Of course, suggesting that the RIAA might be a little bit evil is nothing new. What's most surprising about this, to be honest, is how brazen they're being about it.

http://www.myce.com/news/riaa-to-fight-musicians-over-copyright-termination-rights-on-recordings-50450/

Lukasz
24-08-2011, 02:21 AM
they also own money to the artists as they never asked for their permission to use their songs:
http://arstechnica.com/tech-policy/news/2009/12/artists-lawsuit-major-record-labels-are-the-real-pirates.ars

their time is over and they are fighting with all their might to survive as long as possible

Nalano
24-08-2011, 02:36 AM
Yes. This is why you should never, ever, enter into a contract where the rights to your creative work is owned by somebody not you.

Especially in this day and age where self-publishing is ridiculously cheap.

TillEulenspiegel
24-08-2011, 03:10 AM
According to the RIAA, most music artists' relationship with publishers is one of "work for hire" which means that the termination rights clause "doesn't apply".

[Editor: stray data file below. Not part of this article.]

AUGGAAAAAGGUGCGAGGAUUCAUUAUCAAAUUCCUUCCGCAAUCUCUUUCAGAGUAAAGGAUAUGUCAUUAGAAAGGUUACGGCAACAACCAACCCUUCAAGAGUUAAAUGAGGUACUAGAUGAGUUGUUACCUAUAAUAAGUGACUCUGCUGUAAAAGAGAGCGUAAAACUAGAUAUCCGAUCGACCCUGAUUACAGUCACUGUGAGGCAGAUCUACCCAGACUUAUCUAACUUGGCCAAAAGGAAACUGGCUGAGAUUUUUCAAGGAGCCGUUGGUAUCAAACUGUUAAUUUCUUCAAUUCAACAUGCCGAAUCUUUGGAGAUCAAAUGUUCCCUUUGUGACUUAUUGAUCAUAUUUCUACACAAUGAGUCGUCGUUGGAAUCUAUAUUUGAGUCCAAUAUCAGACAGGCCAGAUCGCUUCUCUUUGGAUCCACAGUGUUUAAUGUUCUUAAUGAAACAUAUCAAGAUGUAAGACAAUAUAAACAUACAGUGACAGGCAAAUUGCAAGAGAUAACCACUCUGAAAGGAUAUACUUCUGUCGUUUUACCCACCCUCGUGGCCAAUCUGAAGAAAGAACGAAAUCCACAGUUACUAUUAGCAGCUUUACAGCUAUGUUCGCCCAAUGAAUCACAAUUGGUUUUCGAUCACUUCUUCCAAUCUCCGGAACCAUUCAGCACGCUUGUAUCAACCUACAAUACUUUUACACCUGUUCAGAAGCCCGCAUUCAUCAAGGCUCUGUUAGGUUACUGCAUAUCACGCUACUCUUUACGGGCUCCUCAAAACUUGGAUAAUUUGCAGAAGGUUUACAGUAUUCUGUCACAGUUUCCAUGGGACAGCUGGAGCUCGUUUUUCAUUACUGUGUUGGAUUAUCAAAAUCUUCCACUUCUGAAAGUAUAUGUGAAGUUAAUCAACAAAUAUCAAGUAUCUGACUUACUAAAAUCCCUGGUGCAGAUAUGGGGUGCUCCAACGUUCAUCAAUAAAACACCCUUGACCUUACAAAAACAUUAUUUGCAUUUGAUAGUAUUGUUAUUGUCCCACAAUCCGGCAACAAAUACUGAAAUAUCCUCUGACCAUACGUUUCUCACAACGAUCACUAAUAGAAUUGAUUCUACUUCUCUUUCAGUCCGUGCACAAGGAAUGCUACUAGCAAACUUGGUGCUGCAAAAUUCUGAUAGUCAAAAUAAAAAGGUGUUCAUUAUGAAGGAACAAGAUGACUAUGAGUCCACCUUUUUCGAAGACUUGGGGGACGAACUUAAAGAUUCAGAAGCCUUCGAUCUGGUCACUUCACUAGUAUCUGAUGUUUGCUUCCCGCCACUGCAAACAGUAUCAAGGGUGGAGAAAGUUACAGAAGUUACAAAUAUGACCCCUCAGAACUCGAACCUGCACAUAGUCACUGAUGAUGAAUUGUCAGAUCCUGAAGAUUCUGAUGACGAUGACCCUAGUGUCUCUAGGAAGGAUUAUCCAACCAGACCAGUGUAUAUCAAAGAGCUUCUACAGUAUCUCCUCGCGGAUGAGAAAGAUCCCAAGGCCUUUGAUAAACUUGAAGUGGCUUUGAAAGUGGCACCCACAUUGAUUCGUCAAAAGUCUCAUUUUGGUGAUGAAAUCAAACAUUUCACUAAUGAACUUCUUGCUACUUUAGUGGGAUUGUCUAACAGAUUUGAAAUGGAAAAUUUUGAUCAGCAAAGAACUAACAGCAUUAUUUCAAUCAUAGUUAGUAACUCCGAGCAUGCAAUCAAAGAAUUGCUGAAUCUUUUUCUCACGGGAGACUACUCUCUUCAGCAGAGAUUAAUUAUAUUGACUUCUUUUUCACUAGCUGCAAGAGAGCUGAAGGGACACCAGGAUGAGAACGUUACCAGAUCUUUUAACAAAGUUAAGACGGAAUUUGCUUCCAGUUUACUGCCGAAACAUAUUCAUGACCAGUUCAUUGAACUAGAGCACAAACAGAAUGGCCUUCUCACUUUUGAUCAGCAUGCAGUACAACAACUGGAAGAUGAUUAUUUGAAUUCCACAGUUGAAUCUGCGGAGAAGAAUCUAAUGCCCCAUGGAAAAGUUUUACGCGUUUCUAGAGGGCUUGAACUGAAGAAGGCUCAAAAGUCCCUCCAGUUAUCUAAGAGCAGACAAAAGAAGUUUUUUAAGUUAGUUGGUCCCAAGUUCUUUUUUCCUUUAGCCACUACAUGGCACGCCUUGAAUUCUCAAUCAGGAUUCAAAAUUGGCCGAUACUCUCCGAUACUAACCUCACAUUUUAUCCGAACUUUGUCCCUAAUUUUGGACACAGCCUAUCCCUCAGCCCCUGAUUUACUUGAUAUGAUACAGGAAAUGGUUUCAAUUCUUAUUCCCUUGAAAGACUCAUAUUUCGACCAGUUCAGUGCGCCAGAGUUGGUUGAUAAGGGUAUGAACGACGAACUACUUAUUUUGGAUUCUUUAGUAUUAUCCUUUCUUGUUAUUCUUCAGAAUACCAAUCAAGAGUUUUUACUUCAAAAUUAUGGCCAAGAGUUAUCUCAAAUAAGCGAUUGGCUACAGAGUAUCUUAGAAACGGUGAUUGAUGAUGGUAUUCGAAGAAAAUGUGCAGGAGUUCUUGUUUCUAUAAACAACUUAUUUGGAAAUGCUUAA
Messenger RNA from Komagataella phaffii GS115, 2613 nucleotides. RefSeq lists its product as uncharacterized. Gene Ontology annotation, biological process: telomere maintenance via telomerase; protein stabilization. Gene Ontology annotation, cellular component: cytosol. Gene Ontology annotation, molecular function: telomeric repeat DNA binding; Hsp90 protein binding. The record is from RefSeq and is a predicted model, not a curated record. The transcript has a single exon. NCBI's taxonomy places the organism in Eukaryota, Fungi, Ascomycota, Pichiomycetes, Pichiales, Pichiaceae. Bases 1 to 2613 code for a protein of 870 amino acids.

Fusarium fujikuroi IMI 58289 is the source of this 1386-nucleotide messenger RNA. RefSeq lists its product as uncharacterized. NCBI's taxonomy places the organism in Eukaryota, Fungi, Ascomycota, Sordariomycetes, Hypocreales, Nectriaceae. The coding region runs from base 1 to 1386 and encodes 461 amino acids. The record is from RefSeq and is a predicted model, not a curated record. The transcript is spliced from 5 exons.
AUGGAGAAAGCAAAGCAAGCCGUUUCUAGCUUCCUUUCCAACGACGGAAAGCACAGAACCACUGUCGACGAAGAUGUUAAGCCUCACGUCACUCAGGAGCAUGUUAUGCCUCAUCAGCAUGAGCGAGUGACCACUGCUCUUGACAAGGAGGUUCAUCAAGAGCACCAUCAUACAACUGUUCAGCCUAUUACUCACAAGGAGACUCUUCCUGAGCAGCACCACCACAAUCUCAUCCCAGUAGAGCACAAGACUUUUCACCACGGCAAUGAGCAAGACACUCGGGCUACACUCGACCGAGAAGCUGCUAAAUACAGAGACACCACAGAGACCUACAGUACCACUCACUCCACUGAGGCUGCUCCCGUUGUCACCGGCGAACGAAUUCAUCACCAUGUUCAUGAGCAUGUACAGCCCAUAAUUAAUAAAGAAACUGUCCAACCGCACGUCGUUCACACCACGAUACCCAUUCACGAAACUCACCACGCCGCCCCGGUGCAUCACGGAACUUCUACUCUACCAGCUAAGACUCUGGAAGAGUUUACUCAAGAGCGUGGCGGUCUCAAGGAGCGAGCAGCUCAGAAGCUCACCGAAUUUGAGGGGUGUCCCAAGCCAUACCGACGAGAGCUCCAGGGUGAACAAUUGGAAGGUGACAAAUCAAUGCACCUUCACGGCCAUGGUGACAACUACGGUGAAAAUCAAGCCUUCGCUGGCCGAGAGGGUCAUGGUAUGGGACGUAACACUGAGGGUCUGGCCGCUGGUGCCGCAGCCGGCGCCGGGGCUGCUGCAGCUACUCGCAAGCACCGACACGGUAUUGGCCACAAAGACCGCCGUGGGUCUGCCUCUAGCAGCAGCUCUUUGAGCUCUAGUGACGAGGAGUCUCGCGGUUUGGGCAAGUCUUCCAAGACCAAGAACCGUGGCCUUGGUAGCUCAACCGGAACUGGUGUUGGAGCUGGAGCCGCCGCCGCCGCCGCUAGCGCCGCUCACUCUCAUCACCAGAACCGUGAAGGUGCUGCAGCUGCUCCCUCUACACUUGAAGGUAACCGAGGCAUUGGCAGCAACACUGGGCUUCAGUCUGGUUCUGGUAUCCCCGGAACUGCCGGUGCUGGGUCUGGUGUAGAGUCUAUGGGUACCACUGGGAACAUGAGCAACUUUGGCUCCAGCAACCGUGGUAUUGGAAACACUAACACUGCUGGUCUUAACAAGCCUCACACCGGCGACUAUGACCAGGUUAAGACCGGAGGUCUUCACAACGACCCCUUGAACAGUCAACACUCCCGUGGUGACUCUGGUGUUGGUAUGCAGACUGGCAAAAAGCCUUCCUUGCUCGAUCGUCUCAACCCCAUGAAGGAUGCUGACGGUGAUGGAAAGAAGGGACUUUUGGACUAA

Unfortunately, this may be entirely true.


Yes. This is why you should never, ever, enter into a contract where the rights to your creative work is owned by somebody not you.
Yep. It's almost always a terrible deal. By all means, grant temporary exclusive licenses to publishers in exchange for promotion, but never relinquish your rights to the song or the recording.

High-quality recording is dirt cheap too; to start with, a Studio Projects B1 condenser mic is $120, and sounds 98% as good as mics 10x the price. I built a great apartment bedroom recording studio for well under $1000 in hardware and software. I'm purely a hobbyist, but if I had any actual musical talent, the recordings would be good enough to mix, master, and release.